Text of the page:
Floyd D. Spence Exhibit

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Campaign Trail
On the Campaign Trail
I n his nearly forty years of public service, Floyd Spence proved to be a skillful campaigner who only grew stronger and more effective as the years progressed.
Spence in 1962
Article announcing Floyd Spence's change of party in 1962
In 1956, he was elected to the South Carolina House of Representatives. Spence, like every other member of the General Assembly since the end of Reconstruction, was elected as a Democrat. In 1962, in a move that stunned many, Spence resigned from the Democratic Party and announced that he would forego almost certain re-election to the Assembly to run instead for the U.S. House of Representatives as a Republican. Like many in South Carolina, Spence was bothered by aspects of the Democratic platform as well as the Party's loyalty oath requirement. Spence became the first elected official in the state to change his party affiliation. In his announcement, which was printed in its entirety in The State newspaper, he stated: "I fully realize that the action I am taking puts my political future in jeopardy...I feel, however, that the welfare of my state and nation are more important than my political career."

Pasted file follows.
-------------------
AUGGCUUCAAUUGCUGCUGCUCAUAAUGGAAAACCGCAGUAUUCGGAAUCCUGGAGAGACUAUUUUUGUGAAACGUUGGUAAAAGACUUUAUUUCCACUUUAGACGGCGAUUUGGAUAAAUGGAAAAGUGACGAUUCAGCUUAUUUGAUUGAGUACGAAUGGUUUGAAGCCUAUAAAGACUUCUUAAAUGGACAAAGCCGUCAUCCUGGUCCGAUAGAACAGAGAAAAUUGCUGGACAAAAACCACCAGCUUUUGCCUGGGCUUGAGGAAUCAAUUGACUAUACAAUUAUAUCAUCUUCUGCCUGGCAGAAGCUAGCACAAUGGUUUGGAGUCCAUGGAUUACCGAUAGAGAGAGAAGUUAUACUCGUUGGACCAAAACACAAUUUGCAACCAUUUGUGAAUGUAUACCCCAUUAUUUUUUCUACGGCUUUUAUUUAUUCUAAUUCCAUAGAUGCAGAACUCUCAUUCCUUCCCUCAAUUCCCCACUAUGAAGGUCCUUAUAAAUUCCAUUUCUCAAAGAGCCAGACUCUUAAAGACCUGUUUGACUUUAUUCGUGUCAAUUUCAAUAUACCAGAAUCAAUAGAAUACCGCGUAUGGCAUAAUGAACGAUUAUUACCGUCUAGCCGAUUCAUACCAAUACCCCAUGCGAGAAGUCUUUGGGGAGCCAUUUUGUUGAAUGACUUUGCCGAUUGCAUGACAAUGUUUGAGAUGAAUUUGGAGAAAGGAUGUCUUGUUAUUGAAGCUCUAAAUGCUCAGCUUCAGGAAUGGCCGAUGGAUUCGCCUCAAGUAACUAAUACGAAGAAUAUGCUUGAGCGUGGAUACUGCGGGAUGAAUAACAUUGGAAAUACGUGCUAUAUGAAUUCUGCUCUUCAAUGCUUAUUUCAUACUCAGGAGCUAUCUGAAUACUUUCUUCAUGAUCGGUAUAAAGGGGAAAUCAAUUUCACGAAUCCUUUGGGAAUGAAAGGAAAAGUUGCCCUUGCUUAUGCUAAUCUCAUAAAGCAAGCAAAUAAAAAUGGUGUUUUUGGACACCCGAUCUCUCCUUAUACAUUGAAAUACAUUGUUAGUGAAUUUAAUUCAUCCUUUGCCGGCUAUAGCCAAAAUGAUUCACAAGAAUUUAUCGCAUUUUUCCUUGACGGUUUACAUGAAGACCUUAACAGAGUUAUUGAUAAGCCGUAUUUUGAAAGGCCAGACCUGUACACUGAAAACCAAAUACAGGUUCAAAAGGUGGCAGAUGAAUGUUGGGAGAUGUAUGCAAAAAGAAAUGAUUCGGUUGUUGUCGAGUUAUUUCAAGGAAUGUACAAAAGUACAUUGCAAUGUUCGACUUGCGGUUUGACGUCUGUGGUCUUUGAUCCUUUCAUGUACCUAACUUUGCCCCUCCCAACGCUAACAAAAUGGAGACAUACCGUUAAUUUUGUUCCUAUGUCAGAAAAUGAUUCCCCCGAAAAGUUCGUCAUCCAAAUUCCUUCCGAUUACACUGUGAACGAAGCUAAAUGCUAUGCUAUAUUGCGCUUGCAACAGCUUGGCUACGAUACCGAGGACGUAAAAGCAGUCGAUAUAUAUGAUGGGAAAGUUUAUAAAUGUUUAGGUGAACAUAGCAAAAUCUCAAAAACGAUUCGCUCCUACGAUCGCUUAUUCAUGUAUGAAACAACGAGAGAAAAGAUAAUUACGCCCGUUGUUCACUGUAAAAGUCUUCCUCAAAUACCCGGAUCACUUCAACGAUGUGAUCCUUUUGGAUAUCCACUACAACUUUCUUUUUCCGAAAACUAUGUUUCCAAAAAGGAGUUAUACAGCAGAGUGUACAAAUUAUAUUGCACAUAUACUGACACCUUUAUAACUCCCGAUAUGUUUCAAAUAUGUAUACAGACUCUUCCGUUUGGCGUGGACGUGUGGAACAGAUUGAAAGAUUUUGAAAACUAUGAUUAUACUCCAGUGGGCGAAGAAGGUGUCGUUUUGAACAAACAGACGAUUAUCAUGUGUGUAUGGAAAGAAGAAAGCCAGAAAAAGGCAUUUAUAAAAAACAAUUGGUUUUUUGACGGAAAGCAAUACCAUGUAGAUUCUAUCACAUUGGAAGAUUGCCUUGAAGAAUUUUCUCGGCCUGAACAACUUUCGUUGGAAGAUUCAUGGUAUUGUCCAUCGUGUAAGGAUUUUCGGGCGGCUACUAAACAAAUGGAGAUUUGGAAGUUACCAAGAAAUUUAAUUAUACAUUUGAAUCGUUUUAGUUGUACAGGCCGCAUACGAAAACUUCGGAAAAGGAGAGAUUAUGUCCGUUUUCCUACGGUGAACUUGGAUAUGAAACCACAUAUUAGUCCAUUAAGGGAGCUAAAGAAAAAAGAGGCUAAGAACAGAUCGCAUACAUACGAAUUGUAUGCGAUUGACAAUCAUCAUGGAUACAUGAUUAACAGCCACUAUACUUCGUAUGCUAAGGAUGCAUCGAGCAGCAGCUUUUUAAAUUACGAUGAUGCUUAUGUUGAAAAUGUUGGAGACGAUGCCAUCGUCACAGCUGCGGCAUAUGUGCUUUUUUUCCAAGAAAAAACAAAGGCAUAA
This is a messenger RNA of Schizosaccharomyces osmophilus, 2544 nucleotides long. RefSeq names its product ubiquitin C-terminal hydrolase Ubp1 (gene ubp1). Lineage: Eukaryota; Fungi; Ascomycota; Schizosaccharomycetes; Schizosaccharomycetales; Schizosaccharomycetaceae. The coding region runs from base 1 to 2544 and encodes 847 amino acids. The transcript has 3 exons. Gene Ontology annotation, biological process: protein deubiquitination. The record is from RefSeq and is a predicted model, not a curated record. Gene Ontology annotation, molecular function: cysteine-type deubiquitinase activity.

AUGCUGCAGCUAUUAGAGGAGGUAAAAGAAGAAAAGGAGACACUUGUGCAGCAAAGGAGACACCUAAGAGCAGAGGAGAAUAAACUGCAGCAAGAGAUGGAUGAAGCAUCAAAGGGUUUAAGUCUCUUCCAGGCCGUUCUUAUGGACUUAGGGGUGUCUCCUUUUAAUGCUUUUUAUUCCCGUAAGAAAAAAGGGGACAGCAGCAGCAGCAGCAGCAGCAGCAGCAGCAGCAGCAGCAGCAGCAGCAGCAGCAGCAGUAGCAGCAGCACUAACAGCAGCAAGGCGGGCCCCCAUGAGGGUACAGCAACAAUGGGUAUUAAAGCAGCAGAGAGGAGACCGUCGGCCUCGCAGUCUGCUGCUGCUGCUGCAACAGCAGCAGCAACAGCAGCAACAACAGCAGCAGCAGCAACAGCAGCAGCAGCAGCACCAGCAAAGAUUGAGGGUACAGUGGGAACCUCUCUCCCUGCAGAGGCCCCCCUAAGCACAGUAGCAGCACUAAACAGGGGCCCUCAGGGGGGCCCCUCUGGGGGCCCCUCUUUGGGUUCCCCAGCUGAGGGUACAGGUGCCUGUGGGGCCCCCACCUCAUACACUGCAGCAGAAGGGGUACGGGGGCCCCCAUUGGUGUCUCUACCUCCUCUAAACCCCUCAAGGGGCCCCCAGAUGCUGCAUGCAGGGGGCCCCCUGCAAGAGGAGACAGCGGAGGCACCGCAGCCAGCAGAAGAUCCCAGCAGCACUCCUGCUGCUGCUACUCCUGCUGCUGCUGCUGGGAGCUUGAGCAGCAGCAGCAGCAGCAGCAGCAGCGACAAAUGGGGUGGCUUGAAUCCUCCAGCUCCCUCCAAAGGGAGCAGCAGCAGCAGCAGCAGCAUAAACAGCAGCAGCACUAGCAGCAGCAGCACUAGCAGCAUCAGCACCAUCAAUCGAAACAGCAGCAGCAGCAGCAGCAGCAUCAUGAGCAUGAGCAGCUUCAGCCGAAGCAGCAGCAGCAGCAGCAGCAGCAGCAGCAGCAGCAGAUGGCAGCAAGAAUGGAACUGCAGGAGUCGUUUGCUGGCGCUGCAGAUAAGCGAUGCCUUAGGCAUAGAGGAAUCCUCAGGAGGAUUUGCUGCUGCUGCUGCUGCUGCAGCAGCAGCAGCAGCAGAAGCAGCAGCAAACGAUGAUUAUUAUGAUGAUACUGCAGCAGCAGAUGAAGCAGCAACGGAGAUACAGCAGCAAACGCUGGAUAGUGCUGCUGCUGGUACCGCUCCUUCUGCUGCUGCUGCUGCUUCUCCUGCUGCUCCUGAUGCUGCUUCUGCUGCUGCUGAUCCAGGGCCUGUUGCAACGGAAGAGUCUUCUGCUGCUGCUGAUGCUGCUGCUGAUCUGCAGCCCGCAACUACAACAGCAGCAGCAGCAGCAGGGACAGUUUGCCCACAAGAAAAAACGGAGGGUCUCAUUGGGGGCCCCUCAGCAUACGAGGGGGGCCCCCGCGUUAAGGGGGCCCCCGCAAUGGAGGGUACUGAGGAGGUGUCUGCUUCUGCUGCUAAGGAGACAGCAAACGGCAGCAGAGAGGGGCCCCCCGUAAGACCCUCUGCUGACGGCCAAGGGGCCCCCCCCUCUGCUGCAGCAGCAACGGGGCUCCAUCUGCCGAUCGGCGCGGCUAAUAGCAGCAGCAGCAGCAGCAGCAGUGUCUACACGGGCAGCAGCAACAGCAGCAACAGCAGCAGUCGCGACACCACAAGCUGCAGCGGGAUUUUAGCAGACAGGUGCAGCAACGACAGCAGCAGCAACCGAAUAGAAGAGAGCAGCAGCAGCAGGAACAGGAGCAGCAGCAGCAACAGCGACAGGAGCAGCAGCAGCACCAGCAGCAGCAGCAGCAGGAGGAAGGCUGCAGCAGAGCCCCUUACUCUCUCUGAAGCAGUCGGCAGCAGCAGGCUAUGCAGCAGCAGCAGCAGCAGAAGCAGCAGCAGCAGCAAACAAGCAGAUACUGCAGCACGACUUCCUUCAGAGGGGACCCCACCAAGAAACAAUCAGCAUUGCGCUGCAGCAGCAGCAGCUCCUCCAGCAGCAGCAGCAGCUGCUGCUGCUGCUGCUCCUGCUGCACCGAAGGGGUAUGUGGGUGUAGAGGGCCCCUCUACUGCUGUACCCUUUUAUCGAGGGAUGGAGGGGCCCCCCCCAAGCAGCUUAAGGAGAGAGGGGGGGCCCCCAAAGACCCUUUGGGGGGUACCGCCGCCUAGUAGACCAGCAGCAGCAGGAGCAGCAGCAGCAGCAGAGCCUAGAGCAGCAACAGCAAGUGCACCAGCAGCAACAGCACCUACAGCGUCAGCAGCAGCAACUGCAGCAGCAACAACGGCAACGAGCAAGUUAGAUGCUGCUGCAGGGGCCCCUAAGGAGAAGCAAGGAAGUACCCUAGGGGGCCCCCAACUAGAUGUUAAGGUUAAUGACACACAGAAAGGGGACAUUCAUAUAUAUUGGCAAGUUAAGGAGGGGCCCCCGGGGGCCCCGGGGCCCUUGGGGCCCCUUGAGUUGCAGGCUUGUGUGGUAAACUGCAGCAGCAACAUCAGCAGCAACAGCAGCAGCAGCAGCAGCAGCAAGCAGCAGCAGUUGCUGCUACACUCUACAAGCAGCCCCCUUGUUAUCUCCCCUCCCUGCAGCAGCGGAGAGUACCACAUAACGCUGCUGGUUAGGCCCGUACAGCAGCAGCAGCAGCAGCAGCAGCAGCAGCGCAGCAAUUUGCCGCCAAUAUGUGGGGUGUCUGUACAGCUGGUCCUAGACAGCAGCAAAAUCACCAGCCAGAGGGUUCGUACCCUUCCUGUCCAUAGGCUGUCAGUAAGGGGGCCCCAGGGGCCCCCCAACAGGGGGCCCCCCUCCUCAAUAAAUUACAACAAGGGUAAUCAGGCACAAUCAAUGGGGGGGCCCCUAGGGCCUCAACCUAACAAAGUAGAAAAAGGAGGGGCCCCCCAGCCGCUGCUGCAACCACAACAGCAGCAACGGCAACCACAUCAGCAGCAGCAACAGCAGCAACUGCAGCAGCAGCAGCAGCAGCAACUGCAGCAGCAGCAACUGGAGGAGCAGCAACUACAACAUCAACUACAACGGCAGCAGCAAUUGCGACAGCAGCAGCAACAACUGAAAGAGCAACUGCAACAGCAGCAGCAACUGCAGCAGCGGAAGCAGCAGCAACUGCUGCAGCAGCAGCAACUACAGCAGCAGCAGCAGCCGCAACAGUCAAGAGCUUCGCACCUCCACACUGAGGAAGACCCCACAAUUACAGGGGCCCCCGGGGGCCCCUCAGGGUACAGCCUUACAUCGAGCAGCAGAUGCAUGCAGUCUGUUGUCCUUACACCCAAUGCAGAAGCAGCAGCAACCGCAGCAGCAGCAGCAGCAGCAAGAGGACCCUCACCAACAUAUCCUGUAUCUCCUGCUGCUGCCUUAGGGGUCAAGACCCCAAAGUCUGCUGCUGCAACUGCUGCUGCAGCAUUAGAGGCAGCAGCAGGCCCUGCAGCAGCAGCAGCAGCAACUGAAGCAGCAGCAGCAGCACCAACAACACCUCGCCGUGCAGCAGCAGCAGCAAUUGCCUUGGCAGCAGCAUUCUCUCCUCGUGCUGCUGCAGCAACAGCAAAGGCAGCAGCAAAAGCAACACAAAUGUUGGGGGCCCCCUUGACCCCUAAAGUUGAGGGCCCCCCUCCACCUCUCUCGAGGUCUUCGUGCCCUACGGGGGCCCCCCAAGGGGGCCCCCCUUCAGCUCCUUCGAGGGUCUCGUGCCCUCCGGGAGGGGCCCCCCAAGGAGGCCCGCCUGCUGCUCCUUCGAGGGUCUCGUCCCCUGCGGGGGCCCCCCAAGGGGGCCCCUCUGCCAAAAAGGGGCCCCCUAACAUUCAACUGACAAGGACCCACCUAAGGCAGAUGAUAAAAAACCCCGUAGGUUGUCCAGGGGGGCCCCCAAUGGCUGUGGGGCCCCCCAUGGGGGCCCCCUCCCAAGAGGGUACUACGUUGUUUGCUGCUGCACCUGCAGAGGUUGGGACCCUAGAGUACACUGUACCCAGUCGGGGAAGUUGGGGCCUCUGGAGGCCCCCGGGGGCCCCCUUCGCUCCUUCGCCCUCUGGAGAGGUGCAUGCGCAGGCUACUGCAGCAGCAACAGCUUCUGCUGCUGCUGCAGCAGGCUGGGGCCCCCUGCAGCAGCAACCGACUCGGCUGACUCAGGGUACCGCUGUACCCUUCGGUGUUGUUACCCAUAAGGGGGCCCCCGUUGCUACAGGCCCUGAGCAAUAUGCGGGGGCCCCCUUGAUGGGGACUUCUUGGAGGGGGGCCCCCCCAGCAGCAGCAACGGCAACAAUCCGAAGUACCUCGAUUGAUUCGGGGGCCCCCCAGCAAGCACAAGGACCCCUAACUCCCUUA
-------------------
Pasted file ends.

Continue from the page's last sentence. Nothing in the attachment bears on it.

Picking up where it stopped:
Spence with Ike and Workman
Campaigners Spence and William D. Workman get some help from Dwight D. Eisenhower in 1962.
The 1962 campaign is a landmark in contemporary history as it represents the first significant second party challenge to the Democratic domination of the state, dating to the end of Reconstruction. Spence campaigned with journalist William D. Workman, Jr., who opposed longtime incumbent Olin Johnston for the U.S. Senate. Although both Workman and Spence were defeated, the nascent Republican Party proved it was a force in the state. Since 1962, South Carolina has slowly trended toward the Republican Party.
Spence sworn in as U.S. Representative, 1971
Spence is sworn in as U.S. Congressman by Speaker Carl Albert (D-OK) in January 1971.
Four years after his historic 1962 congressional campaign, Spence won election to the South Carolina Senate, becoming the lone Republican in that body. In 1970, he ran again for Congress. Campaigning as a "full-time conservative" on the themes of law and order, the Middle East crisis, the Vietnam War, and congressional spending, Spence defeated Heyward McDonald with 53% of the vote. Two years later, in just his first campaign for re-election, Spence was unopposed. In his subsequent campaigns, Spence was re-elected by comfortable margins.

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